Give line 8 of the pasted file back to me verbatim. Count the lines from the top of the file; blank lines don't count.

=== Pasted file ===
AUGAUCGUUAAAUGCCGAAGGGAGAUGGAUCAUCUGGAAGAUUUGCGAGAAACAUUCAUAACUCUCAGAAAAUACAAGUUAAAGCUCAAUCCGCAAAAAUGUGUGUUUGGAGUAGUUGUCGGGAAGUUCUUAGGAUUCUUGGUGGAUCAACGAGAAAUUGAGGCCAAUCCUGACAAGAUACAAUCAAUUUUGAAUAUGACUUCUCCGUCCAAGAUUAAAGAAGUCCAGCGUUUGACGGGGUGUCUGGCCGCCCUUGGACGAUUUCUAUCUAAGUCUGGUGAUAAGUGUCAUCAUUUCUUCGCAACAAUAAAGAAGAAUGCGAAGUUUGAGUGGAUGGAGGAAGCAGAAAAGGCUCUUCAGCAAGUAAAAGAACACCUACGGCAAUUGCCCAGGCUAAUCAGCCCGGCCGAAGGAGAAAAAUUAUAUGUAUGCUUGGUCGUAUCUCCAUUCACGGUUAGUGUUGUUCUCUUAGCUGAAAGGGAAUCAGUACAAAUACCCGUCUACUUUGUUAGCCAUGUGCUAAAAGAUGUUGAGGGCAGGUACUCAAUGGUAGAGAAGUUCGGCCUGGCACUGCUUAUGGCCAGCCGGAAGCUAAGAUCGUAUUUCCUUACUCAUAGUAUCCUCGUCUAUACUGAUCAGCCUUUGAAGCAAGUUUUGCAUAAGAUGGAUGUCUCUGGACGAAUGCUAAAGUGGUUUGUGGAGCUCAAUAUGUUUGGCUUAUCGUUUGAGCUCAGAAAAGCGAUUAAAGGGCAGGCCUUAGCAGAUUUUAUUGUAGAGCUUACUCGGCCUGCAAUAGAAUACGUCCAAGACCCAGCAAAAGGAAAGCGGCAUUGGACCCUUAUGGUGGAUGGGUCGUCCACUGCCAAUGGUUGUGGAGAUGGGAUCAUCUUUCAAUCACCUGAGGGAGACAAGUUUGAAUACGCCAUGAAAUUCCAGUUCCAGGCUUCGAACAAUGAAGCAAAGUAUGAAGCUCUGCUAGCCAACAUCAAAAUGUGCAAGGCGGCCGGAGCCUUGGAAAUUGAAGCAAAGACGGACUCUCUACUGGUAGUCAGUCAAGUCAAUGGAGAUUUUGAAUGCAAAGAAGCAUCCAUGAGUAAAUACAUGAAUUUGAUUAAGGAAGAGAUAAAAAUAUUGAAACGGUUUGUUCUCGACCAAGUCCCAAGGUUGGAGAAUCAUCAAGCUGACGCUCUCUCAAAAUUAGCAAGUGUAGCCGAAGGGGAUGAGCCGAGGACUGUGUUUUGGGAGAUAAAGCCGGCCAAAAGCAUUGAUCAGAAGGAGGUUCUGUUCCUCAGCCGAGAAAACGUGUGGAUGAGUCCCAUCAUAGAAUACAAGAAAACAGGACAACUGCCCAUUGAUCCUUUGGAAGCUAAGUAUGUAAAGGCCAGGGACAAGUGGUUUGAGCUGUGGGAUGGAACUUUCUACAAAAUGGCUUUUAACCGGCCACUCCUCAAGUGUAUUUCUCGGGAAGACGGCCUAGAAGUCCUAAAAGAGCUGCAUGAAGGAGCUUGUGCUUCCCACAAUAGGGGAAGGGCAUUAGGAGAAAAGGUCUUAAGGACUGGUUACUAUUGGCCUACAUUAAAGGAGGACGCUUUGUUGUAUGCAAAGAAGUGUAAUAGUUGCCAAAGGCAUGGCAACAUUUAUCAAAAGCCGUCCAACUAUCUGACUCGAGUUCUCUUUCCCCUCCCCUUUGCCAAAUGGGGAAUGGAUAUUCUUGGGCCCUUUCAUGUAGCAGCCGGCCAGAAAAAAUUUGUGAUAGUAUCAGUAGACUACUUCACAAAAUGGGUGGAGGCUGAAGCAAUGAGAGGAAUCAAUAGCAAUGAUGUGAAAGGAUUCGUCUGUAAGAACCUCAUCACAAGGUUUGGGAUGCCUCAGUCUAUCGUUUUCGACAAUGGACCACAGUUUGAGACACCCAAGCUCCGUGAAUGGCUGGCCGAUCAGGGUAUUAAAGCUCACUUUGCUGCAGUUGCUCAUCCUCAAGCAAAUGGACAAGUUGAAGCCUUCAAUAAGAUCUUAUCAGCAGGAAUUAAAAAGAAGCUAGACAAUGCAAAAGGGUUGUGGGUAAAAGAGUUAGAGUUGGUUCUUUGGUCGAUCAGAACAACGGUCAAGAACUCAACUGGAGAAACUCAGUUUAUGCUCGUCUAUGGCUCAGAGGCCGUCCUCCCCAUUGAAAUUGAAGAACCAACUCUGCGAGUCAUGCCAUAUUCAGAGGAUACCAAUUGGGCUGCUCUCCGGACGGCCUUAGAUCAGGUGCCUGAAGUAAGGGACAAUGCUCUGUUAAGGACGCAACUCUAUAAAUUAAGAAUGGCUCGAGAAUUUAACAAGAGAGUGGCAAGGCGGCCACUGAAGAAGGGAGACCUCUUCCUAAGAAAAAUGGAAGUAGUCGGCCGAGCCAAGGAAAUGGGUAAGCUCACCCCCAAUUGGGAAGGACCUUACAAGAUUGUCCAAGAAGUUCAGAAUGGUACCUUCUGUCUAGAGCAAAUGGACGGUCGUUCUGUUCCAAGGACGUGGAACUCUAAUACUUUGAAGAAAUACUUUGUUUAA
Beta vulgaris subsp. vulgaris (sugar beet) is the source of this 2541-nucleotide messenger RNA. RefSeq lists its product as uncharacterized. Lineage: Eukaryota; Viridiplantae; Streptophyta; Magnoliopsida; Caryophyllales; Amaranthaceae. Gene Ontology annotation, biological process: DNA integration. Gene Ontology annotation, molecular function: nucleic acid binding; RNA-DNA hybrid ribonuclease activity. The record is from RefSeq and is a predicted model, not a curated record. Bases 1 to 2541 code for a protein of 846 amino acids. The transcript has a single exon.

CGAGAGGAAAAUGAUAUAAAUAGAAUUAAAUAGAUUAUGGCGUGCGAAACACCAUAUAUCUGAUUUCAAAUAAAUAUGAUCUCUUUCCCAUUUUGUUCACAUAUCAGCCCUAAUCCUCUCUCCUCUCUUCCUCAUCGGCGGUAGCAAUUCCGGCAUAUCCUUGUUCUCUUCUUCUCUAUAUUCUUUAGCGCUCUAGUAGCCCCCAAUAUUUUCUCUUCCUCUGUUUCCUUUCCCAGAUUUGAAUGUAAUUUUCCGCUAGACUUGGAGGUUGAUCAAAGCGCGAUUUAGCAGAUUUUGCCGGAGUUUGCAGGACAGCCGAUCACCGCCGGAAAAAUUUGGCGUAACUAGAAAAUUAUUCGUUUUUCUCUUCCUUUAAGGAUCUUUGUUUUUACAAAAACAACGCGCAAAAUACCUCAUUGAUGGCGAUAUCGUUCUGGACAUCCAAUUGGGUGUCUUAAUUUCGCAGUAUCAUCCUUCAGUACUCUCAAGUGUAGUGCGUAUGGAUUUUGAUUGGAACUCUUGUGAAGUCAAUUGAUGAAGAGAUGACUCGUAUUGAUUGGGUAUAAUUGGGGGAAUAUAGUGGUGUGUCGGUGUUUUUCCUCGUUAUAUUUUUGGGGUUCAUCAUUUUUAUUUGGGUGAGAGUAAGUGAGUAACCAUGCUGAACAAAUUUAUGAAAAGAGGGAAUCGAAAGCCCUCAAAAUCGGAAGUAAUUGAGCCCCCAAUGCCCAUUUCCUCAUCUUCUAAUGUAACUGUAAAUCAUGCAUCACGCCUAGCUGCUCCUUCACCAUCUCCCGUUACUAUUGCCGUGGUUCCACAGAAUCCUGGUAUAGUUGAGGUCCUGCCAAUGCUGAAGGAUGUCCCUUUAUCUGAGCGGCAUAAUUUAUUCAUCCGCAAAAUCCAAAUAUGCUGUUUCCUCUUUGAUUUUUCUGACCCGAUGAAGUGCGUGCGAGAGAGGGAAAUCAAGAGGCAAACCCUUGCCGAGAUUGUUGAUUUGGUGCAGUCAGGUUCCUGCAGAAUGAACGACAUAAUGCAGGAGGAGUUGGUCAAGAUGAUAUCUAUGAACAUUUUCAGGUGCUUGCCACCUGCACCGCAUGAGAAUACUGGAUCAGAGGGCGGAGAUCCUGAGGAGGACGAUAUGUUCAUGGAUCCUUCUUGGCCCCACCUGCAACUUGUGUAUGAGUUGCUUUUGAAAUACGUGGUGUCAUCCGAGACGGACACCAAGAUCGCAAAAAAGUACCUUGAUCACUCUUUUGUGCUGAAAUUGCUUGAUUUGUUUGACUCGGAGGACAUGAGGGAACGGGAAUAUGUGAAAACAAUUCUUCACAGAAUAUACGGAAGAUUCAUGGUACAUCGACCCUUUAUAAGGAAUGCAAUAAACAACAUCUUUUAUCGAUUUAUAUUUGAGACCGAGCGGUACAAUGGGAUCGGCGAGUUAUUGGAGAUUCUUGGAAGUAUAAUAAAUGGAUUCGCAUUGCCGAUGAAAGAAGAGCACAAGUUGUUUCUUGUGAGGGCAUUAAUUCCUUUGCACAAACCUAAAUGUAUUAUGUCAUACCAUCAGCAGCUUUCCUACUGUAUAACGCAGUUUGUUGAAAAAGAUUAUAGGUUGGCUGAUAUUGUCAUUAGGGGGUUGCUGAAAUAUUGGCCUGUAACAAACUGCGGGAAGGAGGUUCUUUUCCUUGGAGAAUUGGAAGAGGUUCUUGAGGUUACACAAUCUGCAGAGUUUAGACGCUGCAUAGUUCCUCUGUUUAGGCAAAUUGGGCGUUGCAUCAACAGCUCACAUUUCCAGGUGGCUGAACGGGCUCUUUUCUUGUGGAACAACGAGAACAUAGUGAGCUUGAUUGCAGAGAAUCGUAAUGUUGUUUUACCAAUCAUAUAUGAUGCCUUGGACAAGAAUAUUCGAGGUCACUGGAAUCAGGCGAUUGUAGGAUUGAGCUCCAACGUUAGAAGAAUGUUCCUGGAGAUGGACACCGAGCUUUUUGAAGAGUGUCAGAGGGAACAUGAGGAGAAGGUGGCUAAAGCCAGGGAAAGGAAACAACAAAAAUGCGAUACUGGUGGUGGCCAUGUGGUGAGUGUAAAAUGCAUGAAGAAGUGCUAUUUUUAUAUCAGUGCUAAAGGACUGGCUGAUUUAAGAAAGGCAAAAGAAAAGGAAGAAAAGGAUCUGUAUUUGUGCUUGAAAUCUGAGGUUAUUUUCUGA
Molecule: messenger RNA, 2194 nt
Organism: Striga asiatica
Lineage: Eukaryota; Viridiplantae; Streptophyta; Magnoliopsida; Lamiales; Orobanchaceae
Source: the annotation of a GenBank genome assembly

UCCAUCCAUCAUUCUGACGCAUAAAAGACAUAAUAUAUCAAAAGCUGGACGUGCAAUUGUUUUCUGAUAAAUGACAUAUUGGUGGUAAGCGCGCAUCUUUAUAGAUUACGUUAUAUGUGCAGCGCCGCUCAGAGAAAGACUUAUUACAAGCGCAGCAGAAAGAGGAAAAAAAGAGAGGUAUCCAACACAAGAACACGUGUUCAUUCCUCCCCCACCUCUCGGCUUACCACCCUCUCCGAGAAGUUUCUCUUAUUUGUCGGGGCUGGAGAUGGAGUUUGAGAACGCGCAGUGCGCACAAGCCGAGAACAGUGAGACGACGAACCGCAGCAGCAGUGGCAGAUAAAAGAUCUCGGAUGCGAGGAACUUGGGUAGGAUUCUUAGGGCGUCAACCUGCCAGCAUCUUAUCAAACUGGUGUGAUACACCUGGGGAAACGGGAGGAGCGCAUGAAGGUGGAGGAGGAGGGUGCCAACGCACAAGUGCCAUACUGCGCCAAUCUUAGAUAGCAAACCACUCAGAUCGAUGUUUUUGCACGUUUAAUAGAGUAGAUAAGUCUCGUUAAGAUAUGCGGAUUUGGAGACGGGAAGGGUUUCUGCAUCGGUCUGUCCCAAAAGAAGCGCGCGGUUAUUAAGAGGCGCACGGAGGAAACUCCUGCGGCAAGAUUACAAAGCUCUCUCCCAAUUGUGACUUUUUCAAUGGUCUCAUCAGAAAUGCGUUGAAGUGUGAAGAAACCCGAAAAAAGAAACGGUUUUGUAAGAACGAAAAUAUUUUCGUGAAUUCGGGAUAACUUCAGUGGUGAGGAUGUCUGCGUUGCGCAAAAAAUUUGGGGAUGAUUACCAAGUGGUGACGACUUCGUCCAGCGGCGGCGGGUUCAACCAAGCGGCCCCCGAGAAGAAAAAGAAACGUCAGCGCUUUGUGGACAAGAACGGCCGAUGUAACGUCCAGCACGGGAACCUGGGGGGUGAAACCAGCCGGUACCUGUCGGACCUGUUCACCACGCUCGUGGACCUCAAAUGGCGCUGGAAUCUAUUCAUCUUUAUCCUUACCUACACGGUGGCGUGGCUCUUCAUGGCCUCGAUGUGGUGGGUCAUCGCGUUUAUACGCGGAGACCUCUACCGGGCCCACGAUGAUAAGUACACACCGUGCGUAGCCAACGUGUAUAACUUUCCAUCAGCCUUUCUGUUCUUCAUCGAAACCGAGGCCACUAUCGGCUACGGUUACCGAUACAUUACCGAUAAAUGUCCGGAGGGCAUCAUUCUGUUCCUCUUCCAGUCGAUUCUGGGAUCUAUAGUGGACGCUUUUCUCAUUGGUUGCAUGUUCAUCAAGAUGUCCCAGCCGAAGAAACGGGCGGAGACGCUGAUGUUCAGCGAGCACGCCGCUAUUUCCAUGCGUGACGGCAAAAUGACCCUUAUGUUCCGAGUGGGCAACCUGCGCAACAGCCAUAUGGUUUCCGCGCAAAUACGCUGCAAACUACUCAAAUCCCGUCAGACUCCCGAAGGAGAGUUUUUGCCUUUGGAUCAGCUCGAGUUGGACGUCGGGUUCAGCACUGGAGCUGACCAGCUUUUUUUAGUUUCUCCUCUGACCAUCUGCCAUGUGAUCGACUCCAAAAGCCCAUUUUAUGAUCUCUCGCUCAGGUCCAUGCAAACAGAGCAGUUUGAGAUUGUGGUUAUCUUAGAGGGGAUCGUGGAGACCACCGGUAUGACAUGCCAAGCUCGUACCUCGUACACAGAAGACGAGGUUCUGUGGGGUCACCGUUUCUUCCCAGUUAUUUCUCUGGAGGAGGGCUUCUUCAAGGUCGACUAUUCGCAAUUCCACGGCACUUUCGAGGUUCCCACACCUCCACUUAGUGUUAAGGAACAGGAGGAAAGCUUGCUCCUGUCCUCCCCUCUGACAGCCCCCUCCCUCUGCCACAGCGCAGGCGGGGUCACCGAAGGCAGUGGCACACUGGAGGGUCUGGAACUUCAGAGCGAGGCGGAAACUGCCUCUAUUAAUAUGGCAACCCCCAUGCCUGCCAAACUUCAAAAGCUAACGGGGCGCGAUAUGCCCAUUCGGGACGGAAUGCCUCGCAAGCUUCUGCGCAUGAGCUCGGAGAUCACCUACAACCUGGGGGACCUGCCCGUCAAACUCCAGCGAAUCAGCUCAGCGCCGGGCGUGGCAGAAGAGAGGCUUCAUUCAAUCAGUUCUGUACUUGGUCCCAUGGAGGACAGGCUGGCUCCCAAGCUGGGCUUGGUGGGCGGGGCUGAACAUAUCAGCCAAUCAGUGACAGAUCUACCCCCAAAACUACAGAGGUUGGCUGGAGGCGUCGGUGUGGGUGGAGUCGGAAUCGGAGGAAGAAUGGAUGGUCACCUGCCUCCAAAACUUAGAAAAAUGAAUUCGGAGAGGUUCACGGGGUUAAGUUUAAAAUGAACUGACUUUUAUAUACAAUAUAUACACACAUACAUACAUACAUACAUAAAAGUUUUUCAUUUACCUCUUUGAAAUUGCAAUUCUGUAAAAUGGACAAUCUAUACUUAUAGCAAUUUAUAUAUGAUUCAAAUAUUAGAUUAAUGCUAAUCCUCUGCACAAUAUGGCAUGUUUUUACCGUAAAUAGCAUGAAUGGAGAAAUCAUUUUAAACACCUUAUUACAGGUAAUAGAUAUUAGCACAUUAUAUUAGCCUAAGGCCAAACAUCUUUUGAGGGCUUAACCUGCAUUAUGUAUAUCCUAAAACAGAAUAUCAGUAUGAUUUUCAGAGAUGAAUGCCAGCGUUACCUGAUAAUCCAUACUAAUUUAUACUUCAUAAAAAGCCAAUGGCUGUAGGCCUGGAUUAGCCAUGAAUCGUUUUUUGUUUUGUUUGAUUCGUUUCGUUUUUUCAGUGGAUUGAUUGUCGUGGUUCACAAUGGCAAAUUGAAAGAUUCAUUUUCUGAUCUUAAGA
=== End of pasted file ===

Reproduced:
UCCAUCCAUCAUUCUGACGCAUAAAAGACAUAAUAUAUCAAAAGCUGGACGUGCAAUUGUUUUCUGAUAAAUGACAUAUUGGUGGUAAGCGCGCAUCUUUAUAGAUUACGUUAUAUGUGCAGCGCCGCUCAGAGAAAGACUUAUUACAAGCGCAGCAGAAAGAGGAAAAAAAGAGAGGUAUCCAACACAAGAACACGUGUUCAUUCCUCCCCCACCUCUCGGCUUACCACCCUCUCCGAGAAGUUUCUCUUAUUUGUCGGGGCUGGAGAUGGAGUUUGAGAACGCGCAGUGCGCACAAGCCGAGAACAGUGAGACGACGAACCGCAGCAGCAGUGGCAGAUAAAAGAUCUCGGAUGCGAGGAACUUGGGUAGGAUUCUUAGGGCGUCAACCUGCCAGCAUCUUAUCAAACUGGUGUGAUACACCUGGGGAAACGGGAGGAGCGCAUGAAGGUGGAGGAGGAGGGUGCCAACGCACAAGUGCCAUACUGCGCCAAUCUUAGAUAGCAAACCACUCAGAUCGAUGUUUUUGCACGUUUAAUAGAGUAGAUAAGUCUCGUUAAGAUAUGCGGAUUUGGAGACGGGAAGGGUUUCUGCAUCGGUCUGUCCCAAAAGAAGCGCGCGGUUAUUAAGAGGCGCACGGAGGAAACUCCUGCGGCAAGAUUACAAAGCUCUCUCCCAAUUGUGACUUUUUCAAUGGUCUCAUCAGAAAUGCGUUGAAGUGUGAAGAAACCCGAAAAAAGAAACGGUUUUGUAAGAACGAAAAUAUUUUCGUGAAUUCGGGAUAACUUCAGUGGUGAGGAUGUCUGCGUUGCGCAAAAAAUUUGGGGAUGAUUACCAAGUGGUGACGACUUCGUCCAGCGGCGGCGGGUUCAACCAAGCGGCCCCCGAGAAGAAAAAGAAACGUCAGCGCUUUGUGGACAAGAACGGCCGAUGUAACGUCCAGCACGGGAACCUGGGGGGUGAAACCAGCCGGUACCUGUCGGACCUGUUCACCACGCUCGUGGACCUCAAAUGGCGCUGGAAUCUAUUCAUCUUUAUCCUUACCUACACGGUGGCGUGGCUCUUCAUGGCCUCGAUGUGGUGGGUCAUCGCGUUUAUACGCGGAGACCUCUACCGGGCCCACGAUGAUAAGUACACACCGUGCGUAGCCAACGUGUAUAACUUUCCAUCAGCCUUUCUGUUCUUCAUCGAAACCGAGGCCACUAUCGGCUACGGUUACCGAUACAUUACCGAUAAAUGUCCGGAGGGCAUCAUUCUGUUCCUCUUCCAGUCGAUUCUGGGAUCUAUAGUGGACGCUUUUCUCAUUGGUUGCAUGUUCAUCAAGAUGUCCCAGCCGAAGAAACGGGCGGAGACGCUGAUGUUCAGCGAGCACGCCGCUAUUUCCAUGCGUGACGGCAAAAUGACCCUUAUGUUCCGAGUGGGCAACCUGCGCAACAGCCAUAUGGUUUCCGCGCAAAUACGCUGCAAACUACUCAAAUCCCGUCAGACUCCCGAAGGAGAGUUUUUGCCUUUGGAUCAGCUCGAGUUGGACGUCGGGUUCAGCACUGGAGCUGACCAGCUUUUUUUAGUUUCUCCUCUGACCAUCUGCCAUGUGAUCGACUCCAAAAGCCCAUUUUAUGAUCUCUCGCUCAGGUCCAUGCAAACAGAGCAGUUUGAGAUUGUGGUUAUCUUAGAGGGGAUCGUGGAGACCACCGGUAUGACAUGCCAAGCUCGUACCUCGUACACAGAAGACGAGGUUCUGUGGGGUCACCGUUUCUUCCCAGUUAUUUCUCUGGAGGAGGGCUUCUUCAAGGUCGACUAUUCGCAAUUCCACGGCACUUUCGAGGUUCCCACACCUCCACUUAGUGUUAAGGAACAGGAGGAAAGCUUGCUCCUGUCCUCCCCUCUGACAGCCCCCUCCCUCUGCCACAGCGCAGGCGGGGUCACCGAAGGCAGUGGCACACUGGAGGGUCUGGAACUUCAGAGCGAGGCGGAAACUGCCUCUAUUAAUAUGGCAACCCCCAUGCCUGCCAAACUUCAAAAGCUAACGGGGCGCGAUAUGCCCAUUCGGGACGGAAUGCCUCGCAAGCUUCUGCGCAUGAGCUCGGAGAUCACCUACAACCUGGGGGACCUGCCCGUCAAACUCCAGCGAAUCAGCUCAGCGCCGGGCGUGGCAGAAGAGAGGCUUCAUUCAAUCAGUUCUGUACUUGGUCCCAUGGAGGACAGGCUGGCUCCCAAGCUGGGCUUGGUGGGCGGGGCUGAACAUAUCAGCCAAUCAGUGACAGAUCUACCCCCAAAACUACAGAGGUUGGCUGGAGGCGUCGGUGUGGGUGGAGUCGGAAUCGGAGGAAGAAUGGAUGGUCACCUGCCUCCAAAACUUAGAAAAAUGAAUUCGGAGAGGUUCACGGGGUUAAGUUUAAAAUGAACUGACUUUUAUAUACAAUAUAUACACACAUACAUACAUACAUACAUAAAAGUUUUUCAUUUACCUCUUUGAAAUUGCAAUUCUGUAAAAUGGACAAUCUAUACUUAUAGCAAUUUAUAUAUGAUUCAAAUAUUAGAUUAAUGCUAAUCCUCUGCACAAUAUGGCAUGUUUUUACCGUAAAUAGCAUGAAUGGAGAAAUCAUUUUAAACACCUUAUUACAGGUAAUAGAUAUUAGCACAUUAUAUUAGCCUAAGGCCAAACAUCUUUUGAGGGCUUAACCUGCAUUAUGUAUAUCCUAAAACAGAAUAUCAGUAUGAUUUUCAGAGAUGAAUGCCAGCGUUACCUGAUAAUCCAUACUAAUUUAUACUUCAUAAAAAGCCAAUGGCUGUAGGCCUGGAUUAGCCAUGAAUCGUUUUUUGUUUUGUUUGAUUCGUUUCGUUUUUUCAGUGGAUUGAUUGUCGUGGUUCACAAUGGCAAAUUGAAAGAUUCAUUUUCUGAUCUUAAGA